Looking to make restaurant-style Bloody Marys at home during these lazy days of summer? Have you given Demitri's Bloody Mary Seasonings a try?
I usually like to keep my Bloody Marys simple. A dash or two of Tabasco and Worcestershire, a squeeze of lemon, and a sprinkling of salt and pepper are all the seasonings I need. I shy away from prefab mixes - why buy a jug of specially seasoned tomato juice when it's so easy to stir up something yourself?
But when an assortment of samples of Demitri's Bloody Mary Seasonings and rimming salts appeared in my mailbox, I was intrigued. Made of all-natural ingredients and custom-mixable with tomato juice in a strength according to personal taste, they give the home bartender a little more control. I use a variety of pre-made hot sauces, mustards, and other condiments regularly in my home food prep. Why not try something designed specially for Bloody Marys as well?
These are the formulations and flavors I tested out:
Price: $2.00-2.50 for a 2-ounce pouch (pictured above); $7.50-8.50 for an 8-ounce bottle. Larger restaurant sizes available also.
How to Use: Add 1-2 teaspoons to plain tomato juice (and vodka or other spirit) to make a single cocktail. To serve a crowd, add 1 shot glass' worth to 1 quart tomato juice. Demitri's website also lists recipes for pulled pork sandwiches, deviled eggs, and marinated shrimp seasoned with the mixes.
- Classic Recipe - a blend of Worcestershire, black pepper, red pepper, lemon juice, horseradish, and garlic. Nicely balanced to achieve that classic restaurant-style taste.
- Chilies and Peppers - a spicy-sweet blend with mild jalaño heat. This was one of my favorites.
- Extra Horseradish - mild horseradish taste without the chunky texture. (I actually found myself missing those grainy horseradish bits.)
- Chipotle-Habañero - Smoky heat.
The Rimming Salts
Price: $7.95 for a 4-ounce tin
RimShot Rim Salt - made with red and black Hawaiian sea salts, alder-smoked sea salt, celery salt, and black pepper. I especially enjoyed this one. When used to garnish a Bloody Mary made with the Classic Recipe Seasoning, it makes a really nice drink.
Bacon RimShot - made with BaconSalt, a proprietary salt with a hickory-smoked, bacon-like flavor (vegetarian-friendly). I found this one a little strong for my liking - almost distracting me from the actual cocktail. But I'm intrigued about trying it out with food. Maybe sprinkled on a baked potato, or a pinch here or there to lend a bacon-y taste to a soup or stew.
- Nicely balanced flavors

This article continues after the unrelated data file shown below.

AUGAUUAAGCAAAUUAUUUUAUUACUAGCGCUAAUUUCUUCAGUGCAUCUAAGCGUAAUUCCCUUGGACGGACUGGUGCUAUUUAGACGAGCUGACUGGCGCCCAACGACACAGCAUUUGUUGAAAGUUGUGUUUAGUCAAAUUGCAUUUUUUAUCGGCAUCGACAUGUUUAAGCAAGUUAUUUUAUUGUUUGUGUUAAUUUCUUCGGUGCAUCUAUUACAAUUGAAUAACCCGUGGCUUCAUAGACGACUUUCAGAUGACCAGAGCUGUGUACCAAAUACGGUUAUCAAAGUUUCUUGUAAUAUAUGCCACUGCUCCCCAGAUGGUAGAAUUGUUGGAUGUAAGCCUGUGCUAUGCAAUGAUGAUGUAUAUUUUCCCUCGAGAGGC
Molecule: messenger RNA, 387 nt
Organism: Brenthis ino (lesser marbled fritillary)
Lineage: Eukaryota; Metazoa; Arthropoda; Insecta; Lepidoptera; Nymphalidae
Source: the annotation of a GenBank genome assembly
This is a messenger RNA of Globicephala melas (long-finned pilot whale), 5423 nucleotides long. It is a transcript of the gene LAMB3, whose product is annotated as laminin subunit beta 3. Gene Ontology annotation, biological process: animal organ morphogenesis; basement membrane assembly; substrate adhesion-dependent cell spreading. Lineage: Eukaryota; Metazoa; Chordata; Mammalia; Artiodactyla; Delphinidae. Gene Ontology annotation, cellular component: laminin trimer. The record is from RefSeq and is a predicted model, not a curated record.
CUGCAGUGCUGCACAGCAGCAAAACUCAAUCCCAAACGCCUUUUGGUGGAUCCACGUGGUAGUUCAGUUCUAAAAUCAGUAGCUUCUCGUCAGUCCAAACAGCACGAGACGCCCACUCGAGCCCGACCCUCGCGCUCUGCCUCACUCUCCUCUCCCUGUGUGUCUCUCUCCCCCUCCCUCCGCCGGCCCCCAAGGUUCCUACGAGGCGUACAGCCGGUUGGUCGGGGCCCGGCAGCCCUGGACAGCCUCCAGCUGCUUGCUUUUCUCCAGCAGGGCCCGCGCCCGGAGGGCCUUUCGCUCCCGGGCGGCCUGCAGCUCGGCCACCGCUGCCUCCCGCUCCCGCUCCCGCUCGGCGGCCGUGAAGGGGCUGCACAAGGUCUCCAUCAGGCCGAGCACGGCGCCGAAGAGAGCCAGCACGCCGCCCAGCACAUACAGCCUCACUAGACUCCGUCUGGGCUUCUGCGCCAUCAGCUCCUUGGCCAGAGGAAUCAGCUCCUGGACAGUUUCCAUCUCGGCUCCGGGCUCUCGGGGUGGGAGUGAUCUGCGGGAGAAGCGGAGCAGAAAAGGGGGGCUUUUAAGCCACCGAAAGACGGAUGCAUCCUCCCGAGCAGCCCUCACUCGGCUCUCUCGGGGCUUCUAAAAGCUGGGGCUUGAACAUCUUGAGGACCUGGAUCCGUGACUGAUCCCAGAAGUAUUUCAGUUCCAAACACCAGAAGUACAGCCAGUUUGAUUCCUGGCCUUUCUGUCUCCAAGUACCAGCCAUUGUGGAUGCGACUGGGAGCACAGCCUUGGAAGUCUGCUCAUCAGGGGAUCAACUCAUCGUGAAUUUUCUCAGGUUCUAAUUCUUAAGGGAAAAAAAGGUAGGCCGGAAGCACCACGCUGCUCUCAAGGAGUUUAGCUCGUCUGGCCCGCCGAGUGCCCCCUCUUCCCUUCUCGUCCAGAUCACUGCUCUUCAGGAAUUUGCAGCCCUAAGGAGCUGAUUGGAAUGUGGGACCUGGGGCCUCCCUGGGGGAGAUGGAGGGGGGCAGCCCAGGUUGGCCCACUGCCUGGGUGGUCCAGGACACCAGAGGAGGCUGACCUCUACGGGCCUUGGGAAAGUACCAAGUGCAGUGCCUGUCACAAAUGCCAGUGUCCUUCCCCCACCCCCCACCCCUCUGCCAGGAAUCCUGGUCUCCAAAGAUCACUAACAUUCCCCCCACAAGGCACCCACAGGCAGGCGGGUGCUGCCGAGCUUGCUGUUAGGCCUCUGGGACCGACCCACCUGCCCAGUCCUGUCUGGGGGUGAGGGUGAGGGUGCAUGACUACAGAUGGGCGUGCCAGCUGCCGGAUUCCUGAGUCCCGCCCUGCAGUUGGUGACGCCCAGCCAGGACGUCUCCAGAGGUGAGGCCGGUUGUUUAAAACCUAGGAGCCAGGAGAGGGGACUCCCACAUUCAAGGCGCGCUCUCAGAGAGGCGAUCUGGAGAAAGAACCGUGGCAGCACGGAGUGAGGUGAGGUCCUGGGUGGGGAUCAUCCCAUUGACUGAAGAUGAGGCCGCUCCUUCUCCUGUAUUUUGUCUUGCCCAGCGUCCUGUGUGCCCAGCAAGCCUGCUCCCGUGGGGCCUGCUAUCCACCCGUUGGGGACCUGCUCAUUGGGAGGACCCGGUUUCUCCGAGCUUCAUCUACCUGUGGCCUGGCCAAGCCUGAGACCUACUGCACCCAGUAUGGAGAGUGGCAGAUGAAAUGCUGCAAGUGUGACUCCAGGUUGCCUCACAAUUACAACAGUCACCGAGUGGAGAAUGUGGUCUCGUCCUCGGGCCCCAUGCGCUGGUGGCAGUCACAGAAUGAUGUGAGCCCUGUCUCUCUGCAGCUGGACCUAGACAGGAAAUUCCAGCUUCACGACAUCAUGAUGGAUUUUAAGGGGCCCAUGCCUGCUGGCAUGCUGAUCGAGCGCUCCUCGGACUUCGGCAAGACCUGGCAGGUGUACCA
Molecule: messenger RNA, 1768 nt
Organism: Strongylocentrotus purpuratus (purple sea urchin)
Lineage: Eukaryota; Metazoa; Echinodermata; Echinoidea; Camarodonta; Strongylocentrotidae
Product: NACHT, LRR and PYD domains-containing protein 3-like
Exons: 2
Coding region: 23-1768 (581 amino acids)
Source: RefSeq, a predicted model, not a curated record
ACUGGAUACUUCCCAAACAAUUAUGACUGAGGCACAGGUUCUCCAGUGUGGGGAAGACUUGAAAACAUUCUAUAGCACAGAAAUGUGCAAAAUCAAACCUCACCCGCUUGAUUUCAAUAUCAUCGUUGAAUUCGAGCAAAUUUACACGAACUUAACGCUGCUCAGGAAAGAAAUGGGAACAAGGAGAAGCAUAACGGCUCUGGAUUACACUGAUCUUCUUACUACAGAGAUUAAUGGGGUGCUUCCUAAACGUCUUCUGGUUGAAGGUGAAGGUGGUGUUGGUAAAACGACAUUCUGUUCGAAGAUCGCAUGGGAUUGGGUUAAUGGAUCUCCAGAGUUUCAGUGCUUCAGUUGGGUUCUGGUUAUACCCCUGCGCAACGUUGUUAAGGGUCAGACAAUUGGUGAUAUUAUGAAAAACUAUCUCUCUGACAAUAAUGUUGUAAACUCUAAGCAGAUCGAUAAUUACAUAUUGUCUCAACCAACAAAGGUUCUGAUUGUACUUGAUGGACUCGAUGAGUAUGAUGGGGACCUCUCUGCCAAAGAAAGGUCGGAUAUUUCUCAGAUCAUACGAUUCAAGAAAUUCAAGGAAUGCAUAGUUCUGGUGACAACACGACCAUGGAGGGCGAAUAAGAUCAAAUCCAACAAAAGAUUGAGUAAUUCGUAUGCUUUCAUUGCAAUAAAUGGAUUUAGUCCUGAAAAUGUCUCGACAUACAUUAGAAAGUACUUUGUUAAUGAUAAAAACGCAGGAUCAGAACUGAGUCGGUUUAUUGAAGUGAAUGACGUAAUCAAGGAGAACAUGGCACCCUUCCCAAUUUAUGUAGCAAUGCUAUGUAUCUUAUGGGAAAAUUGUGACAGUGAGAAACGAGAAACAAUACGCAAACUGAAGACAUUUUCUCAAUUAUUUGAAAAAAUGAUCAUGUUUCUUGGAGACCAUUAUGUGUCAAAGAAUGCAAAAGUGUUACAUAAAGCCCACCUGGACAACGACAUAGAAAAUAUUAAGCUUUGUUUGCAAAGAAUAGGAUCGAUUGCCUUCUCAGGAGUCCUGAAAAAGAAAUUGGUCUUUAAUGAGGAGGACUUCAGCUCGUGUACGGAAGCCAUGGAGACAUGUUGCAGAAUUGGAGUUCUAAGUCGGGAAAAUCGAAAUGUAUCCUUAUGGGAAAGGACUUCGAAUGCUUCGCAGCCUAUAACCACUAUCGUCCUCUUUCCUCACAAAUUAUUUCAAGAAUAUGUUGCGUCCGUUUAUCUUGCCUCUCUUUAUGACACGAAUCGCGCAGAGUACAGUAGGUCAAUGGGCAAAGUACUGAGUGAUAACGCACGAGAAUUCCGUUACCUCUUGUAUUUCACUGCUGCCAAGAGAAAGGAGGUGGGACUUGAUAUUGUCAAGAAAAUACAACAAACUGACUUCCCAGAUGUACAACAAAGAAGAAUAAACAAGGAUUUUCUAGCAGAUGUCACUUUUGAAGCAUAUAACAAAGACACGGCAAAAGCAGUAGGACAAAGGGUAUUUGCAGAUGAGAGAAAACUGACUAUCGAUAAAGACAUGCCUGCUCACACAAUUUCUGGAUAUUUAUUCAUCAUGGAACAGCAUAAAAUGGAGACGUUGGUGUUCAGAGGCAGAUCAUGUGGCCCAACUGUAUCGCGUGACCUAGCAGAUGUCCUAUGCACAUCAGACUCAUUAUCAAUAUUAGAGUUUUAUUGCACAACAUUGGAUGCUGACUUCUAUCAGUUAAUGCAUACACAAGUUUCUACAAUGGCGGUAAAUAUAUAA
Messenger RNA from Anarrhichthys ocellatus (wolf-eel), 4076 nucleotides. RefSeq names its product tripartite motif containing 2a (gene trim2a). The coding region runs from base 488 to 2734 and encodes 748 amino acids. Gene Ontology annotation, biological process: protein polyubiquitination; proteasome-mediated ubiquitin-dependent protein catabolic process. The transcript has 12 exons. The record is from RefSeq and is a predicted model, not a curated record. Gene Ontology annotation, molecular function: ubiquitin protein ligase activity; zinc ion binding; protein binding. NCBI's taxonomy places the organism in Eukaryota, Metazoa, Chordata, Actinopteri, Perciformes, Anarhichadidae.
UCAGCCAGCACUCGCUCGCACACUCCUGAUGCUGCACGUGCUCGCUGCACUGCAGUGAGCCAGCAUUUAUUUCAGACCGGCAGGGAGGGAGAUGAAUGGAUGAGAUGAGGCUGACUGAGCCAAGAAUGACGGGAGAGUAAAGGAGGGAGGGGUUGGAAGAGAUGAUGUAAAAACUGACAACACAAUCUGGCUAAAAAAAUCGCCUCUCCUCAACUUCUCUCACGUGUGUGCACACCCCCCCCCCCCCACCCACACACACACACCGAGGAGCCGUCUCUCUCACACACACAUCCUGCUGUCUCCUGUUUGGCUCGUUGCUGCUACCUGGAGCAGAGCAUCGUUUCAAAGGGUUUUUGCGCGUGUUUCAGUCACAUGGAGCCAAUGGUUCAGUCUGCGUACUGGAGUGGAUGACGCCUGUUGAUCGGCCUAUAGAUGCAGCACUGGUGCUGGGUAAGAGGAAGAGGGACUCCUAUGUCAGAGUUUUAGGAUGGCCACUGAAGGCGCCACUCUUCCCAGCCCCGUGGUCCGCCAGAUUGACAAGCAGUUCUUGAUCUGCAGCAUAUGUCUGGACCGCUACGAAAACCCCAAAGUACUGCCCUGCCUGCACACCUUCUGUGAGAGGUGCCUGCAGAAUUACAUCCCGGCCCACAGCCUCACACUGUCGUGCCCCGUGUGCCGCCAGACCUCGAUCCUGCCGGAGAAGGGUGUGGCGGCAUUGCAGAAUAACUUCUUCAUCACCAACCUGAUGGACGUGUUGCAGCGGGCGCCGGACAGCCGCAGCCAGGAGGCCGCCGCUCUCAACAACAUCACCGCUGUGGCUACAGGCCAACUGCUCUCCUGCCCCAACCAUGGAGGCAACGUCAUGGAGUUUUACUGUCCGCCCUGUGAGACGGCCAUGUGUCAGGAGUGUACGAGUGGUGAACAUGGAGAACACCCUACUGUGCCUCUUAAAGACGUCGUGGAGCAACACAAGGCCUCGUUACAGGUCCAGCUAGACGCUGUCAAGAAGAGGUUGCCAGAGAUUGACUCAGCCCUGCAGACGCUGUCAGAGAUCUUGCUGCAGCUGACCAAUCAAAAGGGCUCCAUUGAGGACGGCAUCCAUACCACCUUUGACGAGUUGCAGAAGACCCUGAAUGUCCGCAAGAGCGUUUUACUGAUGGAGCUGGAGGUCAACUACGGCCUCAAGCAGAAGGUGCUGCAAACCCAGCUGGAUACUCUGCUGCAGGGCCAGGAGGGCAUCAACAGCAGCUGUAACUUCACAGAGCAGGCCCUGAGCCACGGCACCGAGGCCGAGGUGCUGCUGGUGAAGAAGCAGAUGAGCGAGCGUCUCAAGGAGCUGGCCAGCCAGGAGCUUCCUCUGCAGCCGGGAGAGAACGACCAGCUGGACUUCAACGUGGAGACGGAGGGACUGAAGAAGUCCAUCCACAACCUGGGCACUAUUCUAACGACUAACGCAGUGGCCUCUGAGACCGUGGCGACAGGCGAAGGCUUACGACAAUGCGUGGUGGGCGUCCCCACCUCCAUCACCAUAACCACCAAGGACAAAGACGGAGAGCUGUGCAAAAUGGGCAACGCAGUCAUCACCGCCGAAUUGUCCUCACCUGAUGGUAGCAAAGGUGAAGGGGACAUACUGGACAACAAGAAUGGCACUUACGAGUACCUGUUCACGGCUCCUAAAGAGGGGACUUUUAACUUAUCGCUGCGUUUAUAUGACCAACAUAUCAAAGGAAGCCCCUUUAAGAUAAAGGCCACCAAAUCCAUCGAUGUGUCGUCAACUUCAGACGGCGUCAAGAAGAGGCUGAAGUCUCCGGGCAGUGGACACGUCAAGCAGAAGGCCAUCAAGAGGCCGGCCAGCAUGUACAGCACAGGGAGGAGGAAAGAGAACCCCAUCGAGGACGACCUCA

- Easy to use - measure out a teaspoon or two for a single drink or a full ounce for a quart of mix to serve a crowd
- Seasoning strength is customizable - you can add more or less seasoning according to personal taste
- Can mix with different types of vegetable juices: V8, Clamato, organic brands, homemade, etc.
- Doesn't spoil quickly - once opened, the seasonings have a much longer fridge life than a jug of Bloody Mary mix would
- Not just a Bloody Mary "unitasker." The Demitri's website lists plenty of culinary applications for both the seasonings and the salts.
- High-fructose corn syrup (Although, to be fair, this comes from the Worcester sauce used as a base ingredient in the seasoning - mix up your own version from "scratch" using commercial Worcestershire sauce, and you'll end up with the same thing.)
- The 2-ounce pouches are awkward to store once opened. Unless you're just trying the product out, as I was, 8-ounce bottles seem like the practical way to go.
Have you tried Demitri's? What do you think of Bloody Mary seasonings/pre-fab mixes?
Apartment Therapy Media makes every effort to test and review products fairly and transparently. The views expressed in this review are the personal views of the reviewer and this particular product review was not sponsored or paid for in any way by the manufacturer or an agent working on their behalf. However, the manufacturer did give us product for testing and review purposes.
Nora Maynard is a longtime home mixologist and an occasional instructor at NYC’s Astor Center. She is a contributor to The Business of Food: Encyclopedia of the Food and Drink Industries and is the recipient of the American Egg Board Fellowship in culinary writing at the Writers’ Colony at Dairy Hollow. She previously covered food and drink in film at The Kitchn in her weekly column, The Celluloid Pantry.
Related: All About Bloody Marys
(Images: Nora Maynard)